Posts in violence
- A new wave of anger, manifesting in large protests, is sweeping through Nigeria’s Ogoni region.
- As war rages in Iraq, and oil and gasoline prices rise, the impotence of the US oil boom is exposed.
- Human rights campaigners are warning that further ethnic cleansing in Burma, which is being exacerbated by land clearances due the Shwe Oil Gas pipeline, could be imminent.
- Although the BP / Deepwater Horizon trial maybe hogging the headlines, another courtroom battle is equally intriguing and important. It is almost 3 years since the trial of Wiwa versus Shell settled for $15.5 million on the eve of the trial. Along with the Wiwa action, there was a parallel legal case, Kiobel Versus Shell,...
Continue reading 'Shell Should be Guilty Again'.
- Just over two years after the Wiwa versus Shell case was settled in a New York Court room, the US Supreme Court has given approval for another ground-breaking legal case against Shell to be heard. The lawsuit will consider whether corporations can be sued in U.S. courts for allegedly aiding human-rights abuses overseas. Amazingly, the...
Continue reading 'Shell Guilty Again?'.
- Often the story of Shell’s atrocities in Nigeria has focused on its complicity in the death of the Ogoni Ken Saro-Wiwa, or the human rights abuses that were committed in the mid-nineties. But now a great new report from the oil industry watch-dog Platform, and published in coalition with a number of NGOs, has looked...
Continue reading 'Nigeria: Shell’s New Human Rights Abuses'.
- One of the greatest shocks for many over the last few days has been just how cosy the relationship was between the secret security services, CIA and M16 and the Gaddafi regime. Just days before the Americans and British backed the rebels in bombing Gaddafi, his senior officials were saying their intervention would not happen...
Continue reading 'Lockerbie: It was Freedom for Oil'.
- Sixteen years ago I wrote a book called Green Backlash, that looked at the growing backlash against the environmental movement worldwide. One chapter, called “Culture Wars and Conspiracy tales”, looked at the warped view of many of the conspiracies of the right wing and far right. The book examined the many ways in which environmentalists...
Continue reading 'The Norwegian Murderer, Climate Denial and Watermelons'.
- On and off for twenty years I have written about the oil industry. I have worked with communities from Alaska to Africa who have been threatened by Big Oil. So often the stories are the same: an industry that is indifferent to local concerns and needs. It is an industry that bullies and effectively bribes...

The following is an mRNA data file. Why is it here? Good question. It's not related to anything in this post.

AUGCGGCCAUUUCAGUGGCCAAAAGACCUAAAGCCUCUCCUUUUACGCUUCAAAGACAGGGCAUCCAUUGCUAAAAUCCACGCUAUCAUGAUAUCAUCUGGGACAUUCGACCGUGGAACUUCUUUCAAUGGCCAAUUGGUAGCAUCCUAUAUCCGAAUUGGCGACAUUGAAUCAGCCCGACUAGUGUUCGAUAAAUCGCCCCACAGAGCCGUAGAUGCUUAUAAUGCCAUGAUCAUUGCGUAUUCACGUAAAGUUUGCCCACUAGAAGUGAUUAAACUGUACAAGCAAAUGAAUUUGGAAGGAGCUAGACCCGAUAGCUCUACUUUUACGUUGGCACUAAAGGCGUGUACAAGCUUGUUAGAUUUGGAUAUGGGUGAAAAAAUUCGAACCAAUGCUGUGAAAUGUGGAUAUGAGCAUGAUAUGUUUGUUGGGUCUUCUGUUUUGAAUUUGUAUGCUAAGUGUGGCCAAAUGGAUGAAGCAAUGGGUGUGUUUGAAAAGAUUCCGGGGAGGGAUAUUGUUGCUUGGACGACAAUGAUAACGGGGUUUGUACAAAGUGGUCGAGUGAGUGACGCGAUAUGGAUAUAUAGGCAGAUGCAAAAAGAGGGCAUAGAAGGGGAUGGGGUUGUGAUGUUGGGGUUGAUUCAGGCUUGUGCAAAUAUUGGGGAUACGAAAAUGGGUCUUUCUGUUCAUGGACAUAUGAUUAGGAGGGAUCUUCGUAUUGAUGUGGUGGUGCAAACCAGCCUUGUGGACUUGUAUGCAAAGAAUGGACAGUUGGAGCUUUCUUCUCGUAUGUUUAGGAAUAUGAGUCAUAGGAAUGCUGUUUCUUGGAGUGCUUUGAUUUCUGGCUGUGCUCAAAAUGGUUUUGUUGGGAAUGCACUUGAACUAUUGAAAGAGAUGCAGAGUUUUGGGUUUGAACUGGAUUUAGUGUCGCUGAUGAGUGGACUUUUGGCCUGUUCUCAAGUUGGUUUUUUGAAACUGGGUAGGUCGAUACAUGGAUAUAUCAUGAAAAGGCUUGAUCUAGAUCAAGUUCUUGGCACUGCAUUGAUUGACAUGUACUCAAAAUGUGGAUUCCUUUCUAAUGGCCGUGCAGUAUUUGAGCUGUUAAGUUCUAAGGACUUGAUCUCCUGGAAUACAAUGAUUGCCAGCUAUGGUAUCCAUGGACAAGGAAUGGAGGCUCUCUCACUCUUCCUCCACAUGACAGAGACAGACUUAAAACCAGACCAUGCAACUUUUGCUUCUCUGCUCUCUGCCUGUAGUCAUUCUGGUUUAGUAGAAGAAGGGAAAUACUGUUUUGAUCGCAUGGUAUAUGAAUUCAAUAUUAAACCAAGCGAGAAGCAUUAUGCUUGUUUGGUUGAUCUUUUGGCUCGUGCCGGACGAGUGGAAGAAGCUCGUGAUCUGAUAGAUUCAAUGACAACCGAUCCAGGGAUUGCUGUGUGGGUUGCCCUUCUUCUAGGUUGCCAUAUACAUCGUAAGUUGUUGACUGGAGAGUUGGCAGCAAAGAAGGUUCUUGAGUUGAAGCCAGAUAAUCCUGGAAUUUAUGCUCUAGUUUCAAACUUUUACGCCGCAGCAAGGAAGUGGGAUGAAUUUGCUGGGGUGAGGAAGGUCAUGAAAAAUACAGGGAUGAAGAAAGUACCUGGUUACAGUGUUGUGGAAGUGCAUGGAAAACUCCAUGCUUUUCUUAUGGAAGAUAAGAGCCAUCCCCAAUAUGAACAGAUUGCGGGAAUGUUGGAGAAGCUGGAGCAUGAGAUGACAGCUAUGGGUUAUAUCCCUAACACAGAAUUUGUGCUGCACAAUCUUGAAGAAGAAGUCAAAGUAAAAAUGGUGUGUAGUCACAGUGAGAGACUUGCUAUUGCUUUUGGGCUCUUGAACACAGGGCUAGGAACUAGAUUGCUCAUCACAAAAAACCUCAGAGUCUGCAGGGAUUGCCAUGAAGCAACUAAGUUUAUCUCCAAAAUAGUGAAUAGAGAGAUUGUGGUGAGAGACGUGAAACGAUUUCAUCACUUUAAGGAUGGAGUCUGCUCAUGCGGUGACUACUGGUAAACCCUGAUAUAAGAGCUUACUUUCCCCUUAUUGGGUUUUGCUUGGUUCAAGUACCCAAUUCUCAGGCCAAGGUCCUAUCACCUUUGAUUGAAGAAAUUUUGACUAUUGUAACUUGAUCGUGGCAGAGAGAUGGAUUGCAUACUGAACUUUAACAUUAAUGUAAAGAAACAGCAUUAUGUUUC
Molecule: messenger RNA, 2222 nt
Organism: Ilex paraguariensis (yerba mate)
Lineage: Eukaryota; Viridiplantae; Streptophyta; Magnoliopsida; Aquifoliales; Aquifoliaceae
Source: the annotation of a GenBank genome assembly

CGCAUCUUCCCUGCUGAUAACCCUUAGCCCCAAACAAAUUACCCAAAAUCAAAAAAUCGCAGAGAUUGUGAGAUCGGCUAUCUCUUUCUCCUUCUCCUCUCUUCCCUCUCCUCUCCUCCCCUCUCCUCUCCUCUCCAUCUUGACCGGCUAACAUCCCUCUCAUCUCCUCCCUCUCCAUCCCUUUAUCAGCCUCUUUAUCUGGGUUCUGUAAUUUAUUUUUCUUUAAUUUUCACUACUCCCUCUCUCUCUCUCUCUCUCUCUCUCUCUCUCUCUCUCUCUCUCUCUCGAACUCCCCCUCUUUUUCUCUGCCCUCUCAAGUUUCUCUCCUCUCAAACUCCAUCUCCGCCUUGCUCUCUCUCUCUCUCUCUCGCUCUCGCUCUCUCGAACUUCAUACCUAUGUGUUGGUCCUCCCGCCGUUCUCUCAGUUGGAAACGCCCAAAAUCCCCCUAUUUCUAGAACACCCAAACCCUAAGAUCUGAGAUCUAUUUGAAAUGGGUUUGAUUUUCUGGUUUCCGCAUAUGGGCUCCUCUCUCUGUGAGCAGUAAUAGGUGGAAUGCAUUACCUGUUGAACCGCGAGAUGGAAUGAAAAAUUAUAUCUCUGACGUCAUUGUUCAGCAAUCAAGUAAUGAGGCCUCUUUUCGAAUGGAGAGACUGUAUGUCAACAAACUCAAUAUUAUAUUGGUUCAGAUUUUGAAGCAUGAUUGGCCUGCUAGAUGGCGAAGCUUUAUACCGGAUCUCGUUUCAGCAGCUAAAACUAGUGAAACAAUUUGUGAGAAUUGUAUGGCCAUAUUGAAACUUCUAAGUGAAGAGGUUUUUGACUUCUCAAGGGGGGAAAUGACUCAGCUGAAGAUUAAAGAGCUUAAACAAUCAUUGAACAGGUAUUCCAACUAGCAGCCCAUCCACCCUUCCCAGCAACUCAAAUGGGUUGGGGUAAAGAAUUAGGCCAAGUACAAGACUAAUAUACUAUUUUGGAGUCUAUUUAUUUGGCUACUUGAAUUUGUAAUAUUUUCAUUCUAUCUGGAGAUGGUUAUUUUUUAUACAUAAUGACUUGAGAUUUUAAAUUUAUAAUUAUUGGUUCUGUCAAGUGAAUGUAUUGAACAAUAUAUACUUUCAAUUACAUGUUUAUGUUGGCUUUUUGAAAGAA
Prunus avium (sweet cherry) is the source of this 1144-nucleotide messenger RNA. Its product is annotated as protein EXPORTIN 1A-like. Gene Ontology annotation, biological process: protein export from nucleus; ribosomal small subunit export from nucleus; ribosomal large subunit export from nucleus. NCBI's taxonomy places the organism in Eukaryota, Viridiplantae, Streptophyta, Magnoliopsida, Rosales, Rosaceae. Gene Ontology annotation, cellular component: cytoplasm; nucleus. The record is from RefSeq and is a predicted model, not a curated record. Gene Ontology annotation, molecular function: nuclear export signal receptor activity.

Continue reading 'Shell’s Pipeline At War With the People'.
- Question: Can you build a $15 billion natural gas plant in a remote, rural, deeply impoverished and corrupt country and not expect any social or environmental problems. The answer is don’t be silly. So the news last December that Exxon Mobil and several other energy companies were planning the largest ever foreign-investment project in Papua...
Continue reading '“The risk of it being a mess is high”'.
Archive by Month
Archive by Category
- Blog Posts (3,252)
- Briefings (18)
- Data Trends (8)
- Energy Activism (11)
- Factsheets (9)
- Featured (1,071)
- Industry Analysis (17)
- Industry Updates (16)
- Infographics (5)
- Key Votes (5)
- News (342)
- Newsletter (24)
- Press Releases (86)
- Refinery Report (5)
- Reports (55)
- Research & Opinions (32)
- Resources (29)
- Separate Oil and State (138)
- Subsidy Spotlight (7)
- Websites (5)
Archive by Tags
African Oil aircraft travel Alternative energy Arctic oil Big Oil Profits Biofuels BP Canada China Climate Change climate change impacts climate sceptics Coal Copenhagen Conference Deepwater Horizon energy policy Energy Security European Union extreme energy Fracking Gas greenwashing Gulf of Mexico impact on wildlife indigenous rights Iraq Keystone XL Offshore offshore drilling Oil oil industry outlook Oil Price oil sands oil spills Politics Pollution protests Public Relations Russian oil Safety Shale Gas Shell tar sands US politics violence